Tuesday, July 26, 2011

Book Thoughts: A Visit from the Goon Squad

A Visit from the Goon Squad

My rating: 4 of 5 stars

Fascinating read, on many levels. The storytelling itself takes another form, as you start in the first chapter with two characters, and you weave backwards and then forwards in time on events with these two characters and the other individuals they meet. In the process, you learn a great deal about them, and gain insight into the others as well. While some may be annoyed by the chapters jumping around time, as well as changing the narrating perspective, I found that it kept me more interested to see who I was listening(reading) to now, and how they were connected to everyone else. There was even one chapter that took the form of a powerpoint presentation.

What I take from the book is, what I perceive, the commentary it offers on how relationships and people connect and communicate to one another. The last chapter in particular, I think, offers a interesting, if not grim, view of how we will communicate to each other in the future, a world built upon the current world of Twitter, Facebook, smartphones, and text language. Interesting characters; creates opportunities for reflection on our interactions; diverse perspectives; a good read.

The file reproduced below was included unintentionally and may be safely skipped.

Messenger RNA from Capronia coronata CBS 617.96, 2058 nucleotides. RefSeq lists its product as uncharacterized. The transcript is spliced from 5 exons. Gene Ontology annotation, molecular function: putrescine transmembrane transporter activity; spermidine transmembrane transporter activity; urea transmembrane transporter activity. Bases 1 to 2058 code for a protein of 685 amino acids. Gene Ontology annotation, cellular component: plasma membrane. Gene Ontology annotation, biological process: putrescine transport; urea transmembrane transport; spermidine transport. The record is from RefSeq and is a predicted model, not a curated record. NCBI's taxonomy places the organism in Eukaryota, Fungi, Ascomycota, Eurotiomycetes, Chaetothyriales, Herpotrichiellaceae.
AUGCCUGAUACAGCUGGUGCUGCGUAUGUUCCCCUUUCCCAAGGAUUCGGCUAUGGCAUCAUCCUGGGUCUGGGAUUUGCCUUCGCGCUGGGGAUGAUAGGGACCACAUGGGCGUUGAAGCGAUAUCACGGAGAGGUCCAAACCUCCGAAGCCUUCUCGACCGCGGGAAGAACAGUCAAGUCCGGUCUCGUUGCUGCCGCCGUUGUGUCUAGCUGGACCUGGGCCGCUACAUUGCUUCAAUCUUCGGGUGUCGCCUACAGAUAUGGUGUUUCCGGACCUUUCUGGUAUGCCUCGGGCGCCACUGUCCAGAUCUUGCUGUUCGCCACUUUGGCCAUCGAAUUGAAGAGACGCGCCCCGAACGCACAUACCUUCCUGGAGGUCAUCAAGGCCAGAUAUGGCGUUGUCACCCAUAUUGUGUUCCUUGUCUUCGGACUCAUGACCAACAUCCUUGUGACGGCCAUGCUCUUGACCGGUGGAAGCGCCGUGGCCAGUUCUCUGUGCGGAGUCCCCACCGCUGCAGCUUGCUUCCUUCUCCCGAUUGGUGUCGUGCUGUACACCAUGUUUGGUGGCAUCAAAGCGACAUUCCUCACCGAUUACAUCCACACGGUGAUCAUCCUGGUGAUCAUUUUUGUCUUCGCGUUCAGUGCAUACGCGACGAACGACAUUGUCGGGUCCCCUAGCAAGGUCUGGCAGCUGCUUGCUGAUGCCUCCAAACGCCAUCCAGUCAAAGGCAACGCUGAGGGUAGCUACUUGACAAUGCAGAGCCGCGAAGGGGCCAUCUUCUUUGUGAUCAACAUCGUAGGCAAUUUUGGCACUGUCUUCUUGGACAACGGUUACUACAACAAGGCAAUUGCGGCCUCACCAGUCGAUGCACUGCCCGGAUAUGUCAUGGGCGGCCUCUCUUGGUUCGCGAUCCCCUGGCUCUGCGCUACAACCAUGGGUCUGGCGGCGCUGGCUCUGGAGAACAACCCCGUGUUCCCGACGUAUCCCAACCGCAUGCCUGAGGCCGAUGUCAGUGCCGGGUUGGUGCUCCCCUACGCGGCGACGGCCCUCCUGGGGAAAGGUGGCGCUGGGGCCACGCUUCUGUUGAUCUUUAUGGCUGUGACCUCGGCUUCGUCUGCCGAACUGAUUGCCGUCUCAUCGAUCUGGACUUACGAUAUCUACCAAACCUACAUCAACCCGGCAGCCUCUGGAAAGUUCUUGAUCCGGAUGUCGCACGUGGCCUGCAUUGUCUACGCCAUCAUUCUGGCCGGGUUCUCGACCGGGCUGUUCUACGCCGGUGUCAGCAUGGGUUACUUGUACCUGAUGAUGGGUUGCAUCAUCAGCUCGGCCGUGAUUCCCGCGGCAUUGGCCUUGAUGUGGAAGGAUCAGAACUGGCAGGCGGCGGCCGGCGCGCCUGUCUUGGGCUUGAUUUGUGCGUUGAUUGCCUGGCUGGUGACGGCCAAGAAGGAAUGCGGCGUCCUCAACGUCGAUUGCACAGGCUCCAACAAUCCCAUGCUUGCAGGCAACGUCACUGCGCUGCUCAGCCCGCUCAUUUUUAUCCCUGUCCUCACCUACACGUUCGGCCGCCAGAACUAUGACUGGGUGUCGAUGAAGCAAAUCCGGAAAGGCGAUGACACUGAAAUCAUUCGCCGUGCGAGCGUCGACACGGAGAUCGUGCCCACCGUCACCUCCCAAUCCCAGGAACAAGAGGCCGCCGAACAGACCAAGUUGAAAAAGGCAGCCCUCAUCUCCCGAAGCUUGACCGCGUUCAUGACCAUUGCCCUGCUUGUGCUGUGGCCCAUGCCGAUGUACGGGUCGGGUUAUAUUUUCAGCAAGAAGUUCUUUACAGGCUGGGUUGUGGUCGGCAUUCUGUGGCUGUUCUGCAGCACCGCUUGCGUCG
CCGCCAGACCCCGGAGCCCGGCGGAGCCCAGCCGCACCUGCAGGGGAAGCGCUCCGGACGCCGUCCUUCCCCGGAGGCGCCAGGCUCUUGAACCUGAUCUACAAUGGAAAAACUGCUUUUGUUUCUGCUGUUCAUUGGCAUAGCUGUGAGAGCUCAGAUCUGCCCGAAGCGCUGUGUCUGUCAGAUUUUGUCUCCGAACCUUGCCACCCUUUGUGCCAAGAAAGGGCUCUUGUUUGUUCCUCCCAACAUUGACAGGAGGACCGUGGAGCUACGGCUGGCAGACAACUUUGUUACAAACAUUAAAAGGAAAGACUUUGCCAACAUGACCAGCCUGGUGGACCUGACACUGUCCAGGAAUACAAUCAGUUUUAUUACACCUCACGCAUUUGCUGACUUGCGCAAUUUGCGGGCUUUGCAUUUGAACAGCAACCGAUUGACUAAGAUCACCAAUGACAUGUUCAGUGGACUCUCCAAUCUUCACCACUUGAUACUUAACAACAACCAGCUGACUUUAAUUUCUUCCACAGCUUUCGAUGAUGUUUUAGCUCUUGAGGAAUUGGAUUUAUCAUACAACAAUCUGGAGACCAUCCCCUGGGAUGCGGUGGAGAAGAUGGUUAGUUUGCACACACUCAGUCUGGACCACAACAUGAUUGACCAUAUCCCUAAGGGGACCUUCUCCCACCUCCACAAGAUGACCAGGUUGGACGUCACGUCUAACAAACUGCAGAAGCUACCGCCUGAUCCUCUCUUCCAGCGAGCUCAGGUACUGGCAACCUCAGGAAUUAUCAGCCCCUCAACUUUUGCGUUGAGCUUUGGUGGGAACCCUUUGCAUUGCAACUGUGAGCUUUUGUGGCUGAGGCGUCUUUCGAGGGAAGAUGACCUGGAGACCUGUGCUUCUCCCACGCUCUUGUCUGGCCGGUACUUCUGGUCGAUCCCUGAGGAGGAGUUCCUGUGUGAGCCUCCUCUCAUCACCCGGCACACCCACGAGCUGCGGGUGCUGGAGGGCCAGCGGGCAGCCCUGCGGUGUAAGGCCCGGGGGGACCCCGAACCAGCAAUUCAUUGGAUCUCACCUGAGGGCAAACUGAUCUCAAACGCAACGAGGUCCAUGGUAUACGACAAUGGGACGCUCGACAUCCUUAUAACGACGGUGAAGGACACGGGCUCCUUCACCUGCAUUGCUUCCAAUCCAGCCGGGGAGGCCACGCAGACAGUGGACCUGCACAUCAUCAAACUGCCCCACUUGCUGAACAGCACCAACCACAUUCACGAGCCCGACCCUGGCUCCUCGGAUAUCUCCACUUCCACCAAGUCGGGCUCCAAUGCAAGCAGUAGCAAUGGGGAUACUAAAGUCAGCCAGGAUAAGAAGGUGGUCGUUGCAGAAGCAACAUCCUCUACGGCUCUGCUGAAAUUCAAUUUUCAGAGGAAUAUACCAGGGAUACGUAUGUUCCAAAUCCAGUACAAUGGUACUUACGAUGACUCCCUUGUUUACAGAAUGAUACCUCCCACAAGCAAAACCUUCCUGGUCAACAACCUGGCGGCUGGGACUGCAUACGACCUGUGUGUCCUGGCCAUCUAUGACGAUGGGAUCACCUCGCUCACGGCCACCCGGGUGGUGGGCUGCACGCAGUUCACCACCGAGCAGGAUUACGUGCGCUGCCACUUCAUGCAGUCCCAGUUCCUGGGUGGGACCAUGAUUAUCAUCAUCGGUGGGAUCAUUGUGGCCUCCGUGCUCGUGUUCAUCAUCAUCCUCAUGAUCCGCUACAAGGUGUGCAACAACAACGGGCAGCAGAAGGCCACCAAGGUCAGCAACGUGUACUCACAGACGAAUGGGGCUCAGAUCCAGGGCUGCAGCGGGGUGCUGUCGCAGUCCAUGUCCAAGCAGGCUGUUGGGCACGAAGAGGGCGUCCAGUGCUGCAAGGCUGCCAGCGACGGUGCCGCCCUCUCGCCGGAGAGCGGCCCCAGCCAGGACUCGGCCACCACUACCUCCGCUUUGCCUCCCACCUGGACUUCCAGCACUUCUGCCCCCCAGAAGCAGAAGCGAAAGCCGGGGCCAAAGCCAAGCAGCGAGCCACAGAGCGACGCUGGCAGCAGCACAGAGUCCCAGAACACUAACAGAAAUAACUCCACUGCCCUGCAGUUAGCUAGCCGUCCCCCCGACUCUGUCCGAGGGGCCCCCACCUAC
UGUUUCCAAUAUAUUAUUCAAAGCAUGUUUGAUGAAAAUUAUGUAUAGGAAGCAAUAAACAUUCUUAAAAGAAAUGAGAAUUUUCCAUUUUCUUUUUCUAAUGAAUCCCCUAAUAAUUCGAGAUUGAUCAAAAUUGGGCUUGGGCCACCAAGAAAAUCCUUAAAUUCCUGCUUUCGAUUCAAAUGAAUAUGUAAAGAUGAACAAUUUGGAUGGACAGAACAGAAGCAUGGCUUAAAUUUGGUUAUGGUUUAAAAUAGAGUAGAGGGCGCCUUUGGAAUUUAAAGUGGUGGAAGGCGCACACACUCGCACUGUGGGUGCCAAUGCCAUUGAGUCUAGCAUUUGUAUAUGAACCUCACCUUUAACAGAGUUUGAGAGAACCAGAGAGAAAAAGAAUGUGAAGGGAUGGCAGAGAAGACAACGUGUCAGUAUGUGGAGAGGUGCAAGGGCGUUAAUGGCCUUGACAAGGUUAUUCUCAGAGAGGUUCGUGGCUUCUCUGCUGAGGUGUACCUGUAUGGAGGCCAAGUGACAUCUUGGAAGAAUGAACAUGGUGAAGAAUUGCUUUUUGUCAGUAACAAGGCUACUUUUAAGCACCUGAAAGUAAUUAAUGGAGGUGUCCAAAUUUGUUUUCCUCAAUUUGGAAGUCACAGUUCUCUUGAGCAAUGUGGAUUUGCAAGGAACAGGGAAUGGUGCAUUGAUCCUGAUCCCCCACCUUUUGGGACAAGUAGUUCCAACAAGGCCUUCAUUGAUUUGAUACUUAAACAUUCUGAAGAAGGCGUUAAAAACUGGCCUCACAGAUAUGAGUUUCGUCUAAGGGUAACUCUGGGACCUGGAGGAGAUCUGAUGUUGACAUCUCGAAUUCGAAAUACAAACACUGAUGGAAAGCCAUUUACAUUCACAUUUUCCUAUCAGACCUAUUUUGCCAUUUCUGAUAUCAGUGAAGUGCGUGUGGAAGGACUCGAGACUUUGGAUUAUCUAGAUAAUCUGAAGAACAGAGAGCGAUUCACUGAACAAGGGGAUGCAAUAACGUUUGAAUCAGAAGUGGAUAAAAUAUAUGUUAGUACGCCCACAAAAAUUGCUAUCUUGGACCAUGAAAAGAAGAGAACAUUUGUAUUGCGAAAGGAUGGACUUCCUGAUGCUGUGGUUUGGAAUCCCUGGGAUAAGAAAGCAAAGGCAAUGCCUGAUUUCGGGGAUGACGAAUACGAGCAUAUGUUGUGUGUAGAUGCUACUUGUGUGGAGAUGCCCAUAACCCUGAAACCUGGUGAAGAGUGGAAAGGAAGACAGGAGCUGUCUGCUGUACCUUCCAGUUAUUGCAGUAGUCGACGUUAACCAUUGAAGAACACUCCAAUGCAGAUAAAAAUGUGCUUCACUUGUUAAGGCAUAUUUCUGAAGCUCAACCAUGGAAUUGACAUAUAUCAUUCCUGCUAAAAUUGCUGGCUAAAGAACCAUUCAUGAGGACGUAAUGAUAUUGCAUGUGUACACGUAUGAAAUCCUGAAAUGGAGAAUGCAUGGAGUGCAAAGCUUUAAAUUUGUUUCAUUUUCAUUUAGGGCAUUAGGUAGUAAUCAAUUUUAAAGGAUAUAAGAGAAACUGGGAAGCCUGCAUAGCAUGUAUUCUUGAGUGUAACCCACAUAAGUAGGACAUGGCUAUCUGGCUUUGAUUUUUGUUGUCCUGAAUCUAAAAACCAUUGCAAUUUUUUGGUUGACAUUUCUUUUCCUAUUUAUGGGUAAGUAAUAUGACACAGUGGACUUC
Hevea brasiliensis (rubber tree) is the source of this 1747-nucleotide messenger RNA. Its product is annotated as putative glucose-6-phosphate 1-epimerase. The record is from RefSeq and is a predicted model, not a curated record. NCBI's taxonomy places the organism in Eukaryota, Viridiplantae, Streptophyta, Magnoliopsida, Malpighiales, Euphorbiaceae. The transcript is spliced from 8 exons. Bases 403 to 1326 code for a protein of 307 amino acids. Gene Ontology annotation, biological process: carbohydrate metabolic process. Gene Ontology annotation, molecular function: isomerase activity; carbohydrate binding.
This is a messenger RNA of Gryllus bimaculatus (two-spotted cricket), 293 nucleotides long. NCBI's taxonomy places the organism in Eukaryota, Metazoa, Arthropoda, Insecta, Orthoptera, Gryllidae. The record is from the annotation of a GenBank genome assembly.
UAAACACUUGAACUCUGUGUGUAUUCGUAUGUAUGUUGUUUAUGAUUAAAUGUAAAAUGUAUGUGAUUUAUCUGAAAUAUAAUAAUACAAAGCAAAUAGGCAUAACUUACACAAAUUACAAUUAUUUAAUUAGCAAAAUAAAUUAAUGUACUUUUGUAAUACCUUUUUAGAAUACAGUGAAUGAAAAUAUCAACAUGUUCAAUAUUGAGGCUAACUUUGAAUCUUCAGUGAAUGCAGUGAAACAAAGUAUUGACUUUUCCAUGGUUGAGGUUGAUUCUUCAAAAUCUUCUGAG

Some additional thoughts...

I mentioned this above in the Goodreads review, but what really sticks with me from this book is the vision it creates for communication among individuals in the future, and how much manipulation and distrust comes as a result (I don't want to spoil anything here with specifics, as I would recommend the book to most anyone).  But it leaves with a question concerning how we currently use social media (Twitter, Facebook, etc.)...how does it improve our relationships.  It seems to me, that if the use of such tools becomes the end in itself, so to speak, as opposed to the means to an end, that end being more fulfilling, better relationships (with whomever) or more knowledge, then the future will be somewhat bleak, and foreign.  While technology through time always creates a distinct separation between times, making today look foreign to someone from a hundred years ago, the constant has been that human interaction, human relationships have not changed so drastically.  An individual from a hundred years ago can still recognize the importance of family, of friendships, of community.

I think Egan, through this book, and particularly the last chapter, posits an important question - will the use (overuse?) of social media result in fundamentally changing those foundational relationships, thereby severely cutting of the future from the past?